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Massachusetts Child Support Guidelines: Change Effective January 1, 2009
(provided by Dr. Lynne C. Halem, CMDR)

On November 5, 2008, the new Child Support Guidelines of the Commonwealth of Massachusetts went public with an effective date of January 1, 2009. These new Guidelines represent a substantive change since the interim Guidelines were first issued in 1987. The flurry of activity beginning in November and continuing through the end of 2008 was a demonstrative response by divorcing individuals and their lawyers to the following key questions:

Will I receive more or less before January 1, 2009? Will I pay more or less before January 1, 2009? Should I push for a pre-2009 court date? Should I delay the court hearing to post-2009?

For some couples, the new law did not herald a major change in the child support figures. For others, it most certainly did. Since the new Guidelines are based on a variety of quite different premises about families and each parent's responsibility for his/her child(ren)'s support, there is no quick answer to characterize the impact of these new Guidelines on couples, as individual payors or recipients. Each party needs to compute the formula. Each couple needs to consider whether or not their family presents circumstances which warrant a deviation from the formula. The new formula is, after all, suppose to be viewed by each probate judge as a guideline and, by definition, "a statement of policy", not an immutable absolute.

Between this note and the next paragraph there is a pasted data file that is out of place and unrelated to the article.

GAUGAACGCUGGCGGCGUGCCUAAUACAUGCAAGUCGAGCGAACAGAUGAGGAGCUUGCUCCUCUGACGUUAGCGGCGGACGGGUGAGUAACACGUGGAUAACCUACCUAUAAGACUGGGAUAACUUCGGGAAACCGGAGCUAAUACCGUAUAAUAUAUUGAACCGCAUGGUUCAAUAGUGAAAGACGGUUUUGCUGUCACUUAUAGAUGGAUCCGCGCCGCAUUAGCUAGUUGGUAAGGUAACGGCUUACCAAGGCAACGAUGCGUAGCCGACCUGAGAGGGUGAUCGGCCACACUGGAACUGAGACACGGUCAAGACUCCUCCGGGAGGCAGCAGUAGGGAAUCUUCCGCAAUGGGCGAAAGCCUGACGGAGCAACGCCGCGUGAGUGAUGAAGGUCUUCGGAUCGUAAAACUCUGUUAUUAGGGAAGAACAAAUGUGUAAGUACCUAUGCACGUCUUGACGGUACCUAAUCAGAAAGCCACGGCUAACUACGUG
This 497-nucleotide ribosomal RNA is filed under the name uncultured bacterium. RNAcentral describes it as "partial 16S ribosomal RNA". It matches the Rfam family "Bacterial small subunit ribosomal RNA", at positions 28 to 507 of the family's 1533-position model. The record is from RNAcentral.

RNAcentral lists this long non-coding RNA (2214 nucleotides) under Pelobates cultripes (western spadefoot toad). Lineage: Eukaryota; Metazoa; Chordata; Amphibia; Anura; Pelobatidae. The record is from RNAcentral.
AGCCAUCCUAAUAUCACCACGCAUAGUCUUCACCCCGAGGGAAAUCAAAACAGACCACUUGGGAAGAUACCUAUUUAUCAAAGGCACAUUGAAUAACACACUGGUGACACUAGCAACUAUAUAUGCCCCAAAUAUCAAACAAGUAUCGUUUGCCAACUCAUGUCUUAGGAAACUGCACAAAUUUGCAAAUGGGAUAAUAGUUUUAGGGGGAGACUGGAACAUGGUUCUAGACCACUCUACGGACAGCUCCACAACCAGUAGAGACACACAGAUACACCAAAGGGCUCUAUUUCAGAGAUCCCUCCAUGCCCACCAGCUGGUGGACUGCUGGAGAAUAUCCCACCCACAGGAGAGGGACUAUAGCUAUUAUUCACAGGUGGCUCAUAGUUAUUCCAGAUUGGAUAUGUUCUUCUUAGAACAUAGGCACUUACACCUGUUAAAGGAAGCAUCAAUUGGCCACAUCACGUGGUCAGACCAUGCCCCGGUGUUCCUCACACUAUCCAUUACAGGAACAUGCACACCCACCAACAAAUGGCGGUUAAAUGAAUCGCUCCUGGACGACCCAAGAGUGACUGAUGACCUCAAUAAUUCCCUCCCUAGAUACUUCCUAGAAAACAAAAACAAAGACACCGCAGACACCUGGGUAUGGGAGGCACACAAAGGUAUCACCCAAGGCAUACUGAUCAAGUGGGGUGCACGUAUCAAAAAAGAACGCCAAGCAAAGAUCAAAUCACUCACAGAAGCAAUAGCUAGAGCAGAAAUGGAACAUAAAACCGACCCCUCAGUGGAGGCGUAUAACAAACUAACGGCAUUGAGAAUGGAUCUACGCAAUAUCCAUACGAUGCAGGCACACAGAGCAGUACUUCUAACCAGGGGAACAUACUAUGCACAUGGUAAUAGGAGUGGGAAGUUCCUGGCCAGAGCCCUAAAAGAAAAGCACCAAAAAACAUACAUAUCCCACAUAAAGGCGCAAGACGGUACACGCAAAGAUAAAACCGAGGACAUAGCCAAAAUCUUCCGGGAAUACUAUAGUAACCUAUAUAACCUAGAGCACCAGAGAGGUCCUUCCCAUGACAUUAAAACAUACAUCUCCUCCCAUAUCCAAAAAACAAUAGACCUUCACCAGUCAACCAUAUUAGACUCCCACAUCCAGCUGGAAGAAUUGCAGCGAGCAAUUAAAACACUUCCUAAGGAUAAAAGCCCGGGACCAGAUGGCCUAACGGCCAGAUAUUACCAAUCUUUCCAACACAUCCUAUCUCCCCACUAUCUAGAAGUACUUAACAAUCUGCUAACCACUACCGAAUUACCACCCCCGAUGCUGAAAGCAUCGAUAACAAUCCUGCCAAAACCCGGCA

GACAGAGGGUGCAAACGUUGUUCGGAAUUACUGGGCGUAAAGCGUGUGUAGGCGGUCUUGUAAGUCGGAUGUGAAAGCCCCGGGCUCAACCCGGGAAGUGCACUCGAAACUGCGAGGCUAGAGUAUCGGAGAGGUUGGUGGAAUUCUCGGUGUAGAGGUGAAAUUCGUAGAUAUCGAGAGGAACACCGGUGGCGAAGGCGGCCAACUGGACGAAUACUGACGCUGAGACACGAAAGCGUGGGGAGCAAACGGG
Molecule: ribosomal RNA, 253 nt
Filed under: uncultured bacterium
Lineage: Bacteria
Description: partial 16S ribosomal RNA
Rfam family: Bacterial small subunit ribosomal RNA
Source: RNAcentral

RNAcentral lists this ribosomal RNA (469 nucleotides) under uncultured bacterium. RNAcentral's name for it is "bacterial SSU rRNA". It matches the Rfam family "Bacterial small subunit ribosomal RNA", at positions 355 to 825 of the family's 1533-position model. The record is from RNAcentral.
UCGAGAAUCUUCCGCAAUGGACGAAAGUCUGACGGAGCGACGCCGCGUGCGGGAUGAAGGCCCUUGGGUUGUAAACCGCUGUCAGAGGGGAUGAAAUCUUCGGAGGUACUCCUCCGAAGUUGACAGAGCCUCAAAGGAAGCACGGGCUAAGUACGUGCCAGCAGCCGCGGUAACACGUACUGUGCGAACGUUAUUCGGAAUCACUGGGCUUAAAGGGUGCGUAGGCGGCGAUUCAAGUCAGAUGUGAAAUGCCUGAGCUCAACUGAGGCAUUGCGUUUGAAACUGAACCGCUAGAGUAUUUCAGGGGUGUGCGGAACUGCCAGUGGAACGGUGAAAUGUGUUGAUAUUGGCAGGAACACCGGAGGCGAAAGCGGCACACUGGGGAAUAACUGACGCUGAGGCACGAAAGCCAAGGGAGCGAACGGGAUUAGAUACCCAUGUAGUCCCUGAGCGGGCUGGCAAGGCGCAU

What, you may ask, in actuality constitutes a new policy? The following are the salient points of change:

a. You may request a modification of support of orders which are three or more years old without demonstrating a change in circumstances.

b. Income definitions include clarification of income from: c. Additional Income Variables: d. Custody and visitation has been relabeled as "parenting time". The formula presumes two-thirds time with the residential parent and one-third time with the other parent.

e. Child care costs, for employment, may be deducted from the income of the parent or parents funding the expense.

f. Age of Children:

There is no support increase related to the age of a child, as in prior Guidelines.

g. Health Insurance: h. Number of Children: Calculation includes percentage increases for up to five children. Increased percentage for more than five children is discretionary but likely.

i. Other Child-Related Expenses: Recognition that major expenses (e.g., camp, extracurricular activities) are not automatically the responsibility of one parent; the Guidelines recognizes that such expenses may be apportioned between parents or attributed to one parent.

Information provided by:
Dr. Lynne C. Halem, CMDR located at
http://www.bostonmediation.com

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